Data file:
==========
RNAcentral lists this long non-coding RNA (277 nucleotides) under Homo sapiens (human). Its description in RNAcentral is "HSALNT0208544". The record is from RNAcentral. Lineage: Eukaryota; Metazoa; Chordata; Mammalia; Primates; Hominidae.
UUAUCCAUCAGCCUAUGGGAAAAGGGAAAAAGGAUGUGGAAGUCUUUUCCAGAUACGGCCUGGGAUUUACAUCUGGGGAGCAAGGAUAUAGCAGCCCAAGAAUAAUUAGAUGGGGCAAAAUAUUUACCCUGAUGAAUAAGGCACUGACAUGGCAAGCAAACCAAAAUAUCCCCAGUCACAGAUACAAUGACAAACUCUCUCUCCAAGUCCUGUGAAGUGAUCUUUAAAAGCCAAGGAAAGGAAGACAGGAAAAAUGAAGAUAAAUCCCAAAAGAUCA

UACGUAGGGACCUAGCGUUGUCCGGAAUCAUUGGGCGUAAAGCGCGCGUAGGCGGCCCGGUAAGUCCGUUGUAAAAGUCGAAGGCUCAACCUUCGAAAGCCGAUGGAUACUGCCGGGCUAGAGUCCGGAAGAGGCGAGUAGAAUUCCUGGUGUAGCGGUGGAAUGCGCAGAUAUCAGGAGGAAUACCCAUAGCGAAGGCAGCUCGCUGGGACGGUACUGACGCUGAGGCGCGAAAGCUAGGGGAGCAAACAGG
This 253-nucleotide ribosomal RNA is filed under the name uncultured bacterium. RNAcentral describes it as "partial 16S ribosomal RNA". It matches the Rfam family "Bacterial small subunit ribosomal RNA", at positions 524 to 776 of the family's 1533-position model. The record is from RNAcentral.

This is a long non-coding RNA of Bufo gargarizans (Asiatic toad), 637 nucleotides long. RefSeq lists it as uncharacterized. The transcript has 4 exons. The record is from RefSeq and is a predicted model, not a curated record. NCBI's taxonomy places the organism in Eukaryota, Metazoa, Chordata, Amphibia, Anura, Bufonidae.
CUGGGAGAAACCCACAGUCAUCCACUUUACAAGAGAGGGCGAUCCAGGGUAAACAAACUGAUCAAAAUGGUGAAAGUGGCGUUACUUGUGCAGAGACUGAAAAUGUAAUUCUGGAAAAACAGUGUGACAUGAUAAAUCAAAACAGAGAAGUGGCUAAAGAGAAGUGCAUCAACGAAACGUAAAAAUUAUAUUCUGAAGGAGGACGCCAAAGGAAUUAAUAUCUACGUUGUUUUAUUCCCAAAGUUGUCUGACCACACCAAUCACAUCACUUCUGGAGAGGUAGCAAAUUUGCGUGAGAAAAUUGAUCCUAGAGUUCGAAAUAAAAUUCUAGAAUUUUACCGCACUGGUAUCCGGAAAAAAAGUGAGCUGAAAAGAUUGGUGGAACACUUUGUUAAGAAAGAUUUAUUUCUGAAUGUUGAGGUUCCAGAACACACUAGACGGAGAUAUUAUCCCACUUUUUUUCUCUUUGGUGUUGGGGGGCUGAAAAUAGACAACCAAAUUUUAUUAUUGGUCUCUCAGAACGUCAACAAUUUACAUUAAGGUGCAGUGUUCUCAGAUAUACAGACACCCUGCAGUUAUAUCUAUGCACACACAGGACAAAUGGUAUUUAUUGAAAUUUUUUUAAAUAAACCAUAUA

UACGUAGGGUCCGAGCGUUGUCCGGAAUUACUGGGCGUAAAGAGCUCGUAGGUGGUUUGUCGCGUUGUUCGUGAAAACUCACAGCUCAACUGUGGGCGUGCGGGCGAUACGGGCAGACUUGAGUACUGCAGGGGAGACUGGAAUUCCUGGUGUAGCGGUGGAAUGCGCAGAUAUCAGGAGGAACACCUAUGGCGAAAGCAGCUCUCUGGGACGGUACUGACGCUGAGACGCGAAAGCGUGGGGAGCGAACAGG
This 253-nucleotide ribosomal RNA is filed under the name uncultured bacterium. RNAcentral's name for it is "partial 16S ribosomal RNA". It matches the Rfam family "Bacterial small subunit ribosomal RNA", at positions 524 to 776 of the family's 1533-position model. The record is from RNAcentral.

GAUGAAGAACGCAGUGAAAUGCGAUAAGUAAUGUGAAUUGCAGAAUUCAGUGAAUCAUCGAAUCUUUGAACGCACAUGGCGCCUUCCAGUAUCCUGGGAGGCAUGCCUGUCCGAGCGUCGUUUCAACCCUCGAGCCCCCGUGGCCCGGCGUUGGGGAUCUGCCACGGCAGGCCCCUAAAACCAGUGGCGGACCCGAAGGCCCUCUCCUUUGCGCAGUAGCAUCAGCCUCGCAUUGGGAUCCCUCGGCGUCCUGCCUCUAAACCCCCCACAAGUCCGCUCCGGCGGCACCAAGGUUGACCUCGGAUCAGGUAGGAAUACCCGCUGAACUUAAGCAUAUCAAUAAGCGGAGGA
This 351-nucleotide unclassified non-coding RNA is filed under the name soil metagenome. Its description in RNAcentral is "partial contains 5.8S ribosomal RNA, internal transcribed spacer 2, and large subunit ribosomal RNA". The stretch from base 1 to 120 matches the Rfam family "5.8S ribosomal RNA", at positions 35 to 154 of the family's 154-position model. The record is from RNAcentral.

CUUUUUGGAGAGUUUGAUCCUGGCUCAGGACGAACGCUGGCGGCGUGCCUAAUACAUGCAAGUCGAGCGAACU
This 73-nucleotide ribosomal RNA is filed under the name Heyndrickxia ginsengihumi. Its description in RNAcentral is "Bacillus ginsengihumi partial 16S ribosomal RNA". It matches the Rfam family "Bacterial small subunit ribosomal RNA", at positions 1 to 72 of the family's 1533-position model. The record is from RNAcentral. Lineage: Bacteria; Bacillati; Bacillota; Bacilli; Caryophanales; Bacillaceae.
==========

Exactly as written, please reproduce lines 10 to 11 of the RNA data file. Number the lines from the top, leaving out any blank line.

This 351-nucleotide unclassified non-coding RNA is filed under the name soil metagenome. Its description in RNAcentral is "partial contains 5.8S ribosomal RNA, internal transcribed spacer 2, and large subunit ribosomal RNA". The stretch from base 1 to 120 matches the Rfam family "5.8S ribosomal RNA", at positions 35 to 154 of the family's 154-position model. The record is from RNAcentral.

CUUUUUGGAGAGUUUGAUCCUGGCUCAGGACGAACGCUGGCGGCGUGCCUAAUACAUGCAAGUCGAGCGAACU